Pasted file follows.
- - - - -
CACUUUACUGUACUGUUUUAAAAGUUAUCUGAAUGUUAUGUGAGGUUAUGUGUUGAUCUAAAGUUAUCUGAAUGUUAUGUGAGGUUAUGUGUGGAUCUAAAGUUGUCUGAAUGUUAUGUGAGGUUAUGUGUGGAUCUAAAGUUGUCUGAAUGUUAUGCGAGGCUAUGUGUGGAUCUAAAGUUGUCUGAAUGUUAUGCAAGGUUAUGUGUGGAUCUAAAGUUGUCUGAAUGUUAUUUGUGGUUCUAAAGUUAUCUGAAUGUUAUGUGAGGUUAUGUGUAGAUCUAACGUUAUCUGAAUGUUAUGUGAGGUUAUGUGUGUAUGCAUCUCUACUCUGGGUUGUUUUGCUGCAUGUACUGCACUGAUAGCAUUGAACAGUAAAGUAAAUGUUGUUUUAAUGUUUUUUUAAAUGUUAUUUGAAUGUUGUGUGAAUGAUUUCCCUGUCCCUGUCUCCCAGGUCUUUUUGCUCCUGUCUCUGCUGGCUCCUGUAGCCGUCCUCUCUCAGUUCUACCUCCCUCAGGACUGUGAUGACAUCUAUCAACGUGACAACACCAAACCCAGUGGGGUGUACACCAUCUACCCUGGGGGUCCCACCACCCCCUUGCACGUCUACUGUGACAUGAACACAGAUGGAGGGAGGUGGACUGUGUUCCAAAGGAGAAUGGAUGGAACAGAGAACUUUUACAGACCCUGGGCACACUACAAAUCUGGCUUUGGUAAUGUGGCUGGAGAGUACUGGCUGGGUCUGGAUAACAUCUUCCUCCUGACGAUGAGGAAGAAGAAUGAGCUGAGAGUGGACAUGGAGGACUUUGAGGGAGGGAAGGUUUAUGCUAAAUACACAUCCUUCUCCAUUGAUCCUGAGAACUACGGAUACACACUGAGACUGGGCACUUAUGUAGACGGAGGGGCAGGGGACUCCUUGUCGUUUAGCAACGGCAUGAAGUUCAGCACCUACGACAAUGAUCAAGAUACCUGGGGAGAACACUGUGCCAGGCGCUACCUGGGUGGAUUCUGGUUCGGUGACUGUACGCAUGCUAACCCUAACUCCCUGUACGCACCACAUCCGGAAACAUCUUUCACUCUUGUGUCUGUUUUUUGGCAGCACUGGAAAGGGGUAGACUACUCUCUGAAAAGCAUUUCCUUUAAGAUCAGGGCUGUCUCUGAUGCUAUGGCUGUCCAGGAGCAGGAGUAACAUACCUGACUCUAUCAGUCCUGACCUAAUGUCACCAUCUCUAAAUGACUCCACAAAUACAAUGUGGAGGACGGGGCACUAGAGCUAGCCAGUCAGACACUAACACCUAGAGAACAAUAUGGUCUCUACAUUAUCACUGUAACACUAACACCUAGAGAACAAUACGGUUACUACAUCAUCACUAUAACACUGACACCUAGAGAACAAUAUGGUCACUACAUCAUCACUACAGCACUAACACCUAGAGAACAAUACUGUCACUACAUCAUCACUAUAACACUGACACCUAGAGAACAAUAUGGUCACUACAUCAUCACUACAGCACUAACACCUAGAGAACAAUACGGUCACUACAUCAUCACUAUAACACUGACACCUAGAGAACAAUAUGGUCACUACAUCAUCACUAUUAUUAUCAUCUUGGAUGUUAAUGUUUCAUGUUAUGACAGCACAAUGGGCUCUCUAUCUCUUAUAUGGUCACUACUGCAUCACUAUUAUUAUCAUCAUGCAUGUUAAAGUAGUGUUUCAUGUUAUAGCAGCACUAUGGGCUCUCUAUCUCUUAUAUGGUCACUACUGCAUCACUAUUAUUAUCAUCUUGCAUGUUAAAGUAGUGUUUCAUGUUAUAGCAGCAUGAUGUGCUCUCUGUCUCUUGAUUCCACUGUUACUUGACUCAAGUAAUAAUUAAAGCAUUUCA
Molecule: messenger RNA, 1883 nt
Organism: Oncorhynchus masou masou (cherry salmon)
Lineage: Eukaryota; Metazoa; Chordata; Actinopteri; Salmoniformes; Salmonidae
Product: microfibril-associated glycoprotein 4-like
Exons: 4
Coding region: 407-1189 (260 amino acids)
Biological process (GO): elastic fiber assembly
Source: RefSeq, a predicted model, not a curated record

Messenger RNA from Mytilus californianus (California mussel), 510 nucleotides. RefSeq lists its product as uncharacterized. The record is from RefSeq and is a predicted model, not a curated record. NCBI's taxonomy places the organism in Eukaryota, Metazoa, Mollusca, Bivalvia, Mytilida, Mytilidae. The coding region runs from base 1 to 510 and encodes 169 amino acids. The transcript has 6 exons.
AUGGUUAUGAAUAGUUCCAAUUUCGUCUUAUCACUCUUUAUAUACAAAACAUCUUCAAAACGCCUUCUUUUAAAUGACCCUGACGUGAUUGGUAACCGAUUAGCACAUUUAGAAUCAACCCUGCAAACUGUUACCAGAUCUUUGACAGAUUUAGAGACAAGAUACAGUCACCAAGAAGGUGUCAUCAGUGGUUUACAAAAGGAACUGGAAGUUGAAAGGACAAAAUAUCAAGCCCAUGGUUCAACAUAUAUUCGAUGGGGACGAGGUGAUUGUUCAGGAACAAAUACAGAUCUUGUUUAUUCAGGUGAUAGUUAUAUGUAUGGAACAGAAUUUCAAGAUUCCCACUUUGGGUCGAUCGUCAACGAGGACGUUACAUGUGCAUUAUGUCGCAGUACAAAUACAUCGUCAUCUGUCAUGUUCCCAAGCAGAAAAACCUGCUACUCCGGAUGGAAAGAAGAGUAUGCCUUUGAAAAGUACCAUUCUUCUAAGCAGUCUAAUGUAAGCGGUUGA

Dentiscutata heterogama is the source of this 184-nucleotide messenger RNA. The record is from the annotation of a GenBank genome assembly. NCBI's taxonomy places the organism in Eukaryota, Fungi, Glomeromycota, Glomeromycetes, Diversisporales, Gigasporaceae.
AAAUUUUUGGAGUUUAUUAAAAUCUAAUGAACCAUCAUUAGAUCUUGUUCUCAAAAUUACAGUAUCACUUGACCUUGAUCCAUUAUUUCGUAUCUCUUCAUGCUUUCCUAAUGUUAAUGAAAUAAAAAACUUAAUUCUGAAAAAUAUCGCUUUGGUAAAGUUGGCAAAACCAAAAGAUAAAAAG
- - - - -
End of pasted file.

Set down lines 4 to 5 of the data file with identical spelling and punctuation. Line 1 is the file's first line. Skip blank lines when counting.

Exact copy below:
Lineage: Eukaryota; Metazoa; Chordata; Actinopteri; Salmoniformes; Salmonidae
Product: microfibril-associated glycoprotein 4-like